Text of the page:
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post #6 of 25 Old 11-16-2012, 07:00 AM - Thread Starter
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Anyone? Do I need to post more information that would help?
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post #7 of 25 Old 11-16-2012, 07:52 AM
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Quote:
I could do this possibly but since I'm not not really going for complete sound proofing this may be overkill.

I'd argue that it would NOT be overkill. Remember, you want to lower the sound floor IN the room as much, if not MORE, than worry about sound getting out.

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post #8 of 25 Old 11-16-2012, 09:57 AM - Thread Starter
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I was looking at the floor separating the basement from the upstairs living room and it looks like when the house was built they shot nails into the subfloor which protrude through. See pic below.



Is it ok to slide 1/2" piece of rigid foam cut to fit (Owens Corning Foamular 1/2 in. x 48 in. x 96 in. Squared Edge Insulating Sheathing) between the joists and push up to cover the nails protruding through which will give me a flat surface to place a piece of drywall against?

I also could slice a 2 x 4 and fit it between the joist just under the protruding nails and attach drywall to that. I assume I'd then fill that small gap with insulation?
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post #9 of 25 Old 11-16-2012, 10:43 AM
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You can just hammer them over and pound them (relatively) flat. That's what I did and has been done on other theaters as well.

Putting insulation up and then attaching DW to that doesn't sound like a good idea to me. I've never seen it done before.

Also keep in mind the floor covering above. If it's carpet, you will need to be very careful not to let the screw heads protrude up through the subfloor.

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post #10 of 25 Old 10-30-2013, 04:51 AM
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Or put a cutting disc on a dremel and just cut them all off. The protruding part has no function anyway.

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post #11 of 25 Old 10-30-2013, 06:55 AM - Thread Starter
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That's a good idea. Another tool that's probably worth having around.
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post #12 of 25 Old 08-03-2016, 11:33 AM - Thread Starter
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I have been learning Sketchup these past couple days and here's an initial design that I've come up with.

I think the space is decent, but I'm just curious what everyones opinion is of the screen wall. I'm dealing with a column and a header in this location. I was thinking of putting an AT screen on the front of the columns and then have the speakers behind in the space between the concrete wall and column.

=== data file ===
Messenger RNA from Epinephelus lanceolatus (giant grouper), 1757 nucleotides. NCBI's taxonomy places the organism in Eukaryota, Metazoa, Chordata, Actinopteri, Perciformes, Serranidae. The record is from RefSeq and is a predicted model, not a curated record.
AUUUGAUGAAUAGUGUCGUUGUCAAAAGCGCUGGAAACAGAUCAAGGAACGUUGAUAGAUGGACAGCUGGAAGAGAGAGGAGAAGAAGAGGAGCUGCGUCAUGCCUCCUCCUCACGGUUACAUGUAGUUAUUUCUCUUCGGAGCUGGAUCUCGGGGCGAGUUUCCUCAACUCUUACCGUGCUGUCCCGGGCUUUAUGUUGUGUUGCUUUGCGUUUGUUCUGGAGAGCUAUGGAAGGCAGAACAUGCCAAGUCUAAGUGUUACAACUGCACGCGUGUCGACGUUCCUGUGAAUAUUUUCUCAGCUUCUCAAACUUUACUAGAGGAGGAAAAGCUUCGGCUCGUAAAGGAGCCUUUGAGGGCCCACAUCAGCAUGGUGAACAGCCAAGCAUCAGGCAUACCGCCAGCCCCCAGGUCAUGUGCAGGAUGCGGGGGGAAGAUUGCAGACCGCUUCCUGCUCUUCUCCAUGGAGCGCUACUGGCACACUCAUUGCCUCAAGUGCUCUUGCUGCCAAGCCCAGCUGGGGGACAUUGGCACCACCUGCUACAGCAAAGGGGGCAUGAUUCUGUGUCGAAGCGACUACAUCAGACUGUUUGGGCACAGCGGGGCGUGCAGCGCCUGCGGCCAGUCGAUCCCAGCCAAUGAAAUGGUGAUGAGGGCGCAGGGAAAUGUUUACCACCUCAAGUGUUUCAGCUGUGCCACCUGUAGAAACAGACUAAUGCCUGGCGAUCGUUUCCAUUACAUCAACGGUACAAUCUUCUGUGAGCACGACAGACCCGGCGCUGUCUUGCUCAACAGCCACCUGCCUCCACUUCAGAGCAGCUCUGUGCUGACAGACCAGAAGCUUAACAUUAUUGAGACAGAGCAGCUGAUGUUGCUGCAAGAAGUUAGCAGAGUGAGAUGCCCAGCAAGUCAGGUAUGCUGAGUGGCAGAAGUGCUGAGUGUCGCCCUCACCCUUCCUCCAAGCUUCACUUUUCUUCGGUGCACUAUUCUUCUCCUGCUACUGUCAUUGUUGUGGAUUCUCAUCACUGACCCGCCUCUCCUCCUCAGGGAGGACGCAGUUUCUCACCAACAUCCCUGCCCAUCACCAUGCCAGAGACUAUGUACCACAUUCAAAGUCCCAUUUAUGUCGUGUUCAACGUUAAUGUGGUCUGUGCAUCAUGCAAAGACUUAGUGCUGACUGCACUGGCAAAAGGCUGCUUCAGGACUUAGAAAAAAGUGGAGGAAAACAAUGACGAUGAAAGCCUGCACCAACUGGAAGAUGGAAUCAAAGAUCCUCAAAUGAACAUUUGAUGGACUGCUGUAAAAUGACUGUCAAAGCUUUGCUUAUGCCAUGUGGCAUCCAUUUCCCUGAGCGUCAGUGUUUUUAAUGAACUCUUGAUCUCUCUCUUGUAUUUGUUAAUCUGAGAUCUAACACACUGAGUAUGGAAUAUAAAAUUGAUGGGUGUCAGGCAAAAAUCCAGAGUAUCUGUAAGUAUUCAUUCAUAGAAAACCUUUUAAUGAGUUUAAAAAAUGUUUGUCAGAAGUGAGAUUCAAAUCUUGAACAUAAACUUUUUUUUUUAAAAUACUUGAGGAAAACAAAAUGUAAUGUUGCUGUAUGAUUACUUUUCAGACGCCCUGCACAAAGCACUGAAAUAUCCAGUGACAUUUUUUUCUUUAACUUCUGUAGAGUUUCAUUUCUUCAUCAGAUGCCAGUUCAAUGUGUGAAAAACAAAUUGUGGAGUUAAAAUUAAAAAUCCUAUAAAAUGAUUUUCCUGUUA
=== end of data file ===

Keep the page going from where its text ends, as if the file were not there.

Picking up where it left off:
The red portion is 1" rigid insulation. With a 2x4 stud wall in front. I'd put r13 or roxul between the studs.

Would I be ok doing 3/4 rigid insulation"? Cheap white 3/4 rigid insulation is what was on the wall already. Furring strips were also screwed to the concrete and the drywall attached to that.





I could use the area that is 9' x 13'2" however the area up toward the stairs is where most of ceiling drops even lower for HVAC giving me about 6' 10" of room floor to ceiling and not sure how much more room it would take to soundproof all of it. I know my current old projector couldn't be ceiling mounted that low and project an image. If possible I could go that route as well.


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post #13 of 25 Old 08-03-2016, 05:04 PM
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Ceiling height isn't a huge issue with a single row of seating...

8' wide is seriously narrow, even with an AT screen. (And that's coming from a guy at 9'5" wide...)
You might see screen weave at the shorter seating distance.

And with the 84" of headroom, I expect you may find a stage will emphasize the height. I did a sand filled stage behind my
AT wall as I suspected my soffits at 80" plus a low stage would just emphasize the 7'1" ceiling height.

Can't say I am a fan of an 8' wide room, for what that's worth. (This is a tough space.)

How deep is the closet, and is there a support post buried in one of those walls?
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post #14 of 25 Old 08-03-2016, 09:07 PM - Thread Starter
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Quote:
Originally Posted by Tedd View Post
Ceiling height isn't a huge issue with a single row of seating...

8' wide is seriously narrow, even with an AT screen. (And that's coming from a guy at 9'5" wide...)
You might see screen weave at the shorter seating distance.

And with the 84" of headroom, I expect you may find a stage will emphasize the height. I did a sand filled stage behind my
AT wall as I suspected my soffits at 80" plus a low stage would just emphasize the 7'1" ceiling height.

Can't say I am a fan of an 8' wide room, for what that's worth. (This is a tough space.)

How deep is the closet, and is there a support post buried in one of those walls?
Thank you for your thoughts. When you say closet are you referring to the space in front of the bathroom? If so its about 21.5" deep.

There are only two column supports that are holding up the beam spanning the basement as well as sitting on the concrete wall. These columns are wood from what I can tell and have a concrete base.

Is it ok to move the column in the theater space over 24"? I'm no engineer, but I can't see how that would affect anything.

Is this the type of column support needed? I could see adding two of these on either side of the theater space and taking out the wood support. Does any GC do this type of work?

http://www.menards.com/main/building...52695932787496

Last edited by blobula; 08-04-2016 at 11:14 AM.
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post #15 of 25 Old 08-05-2016, 07:06 PM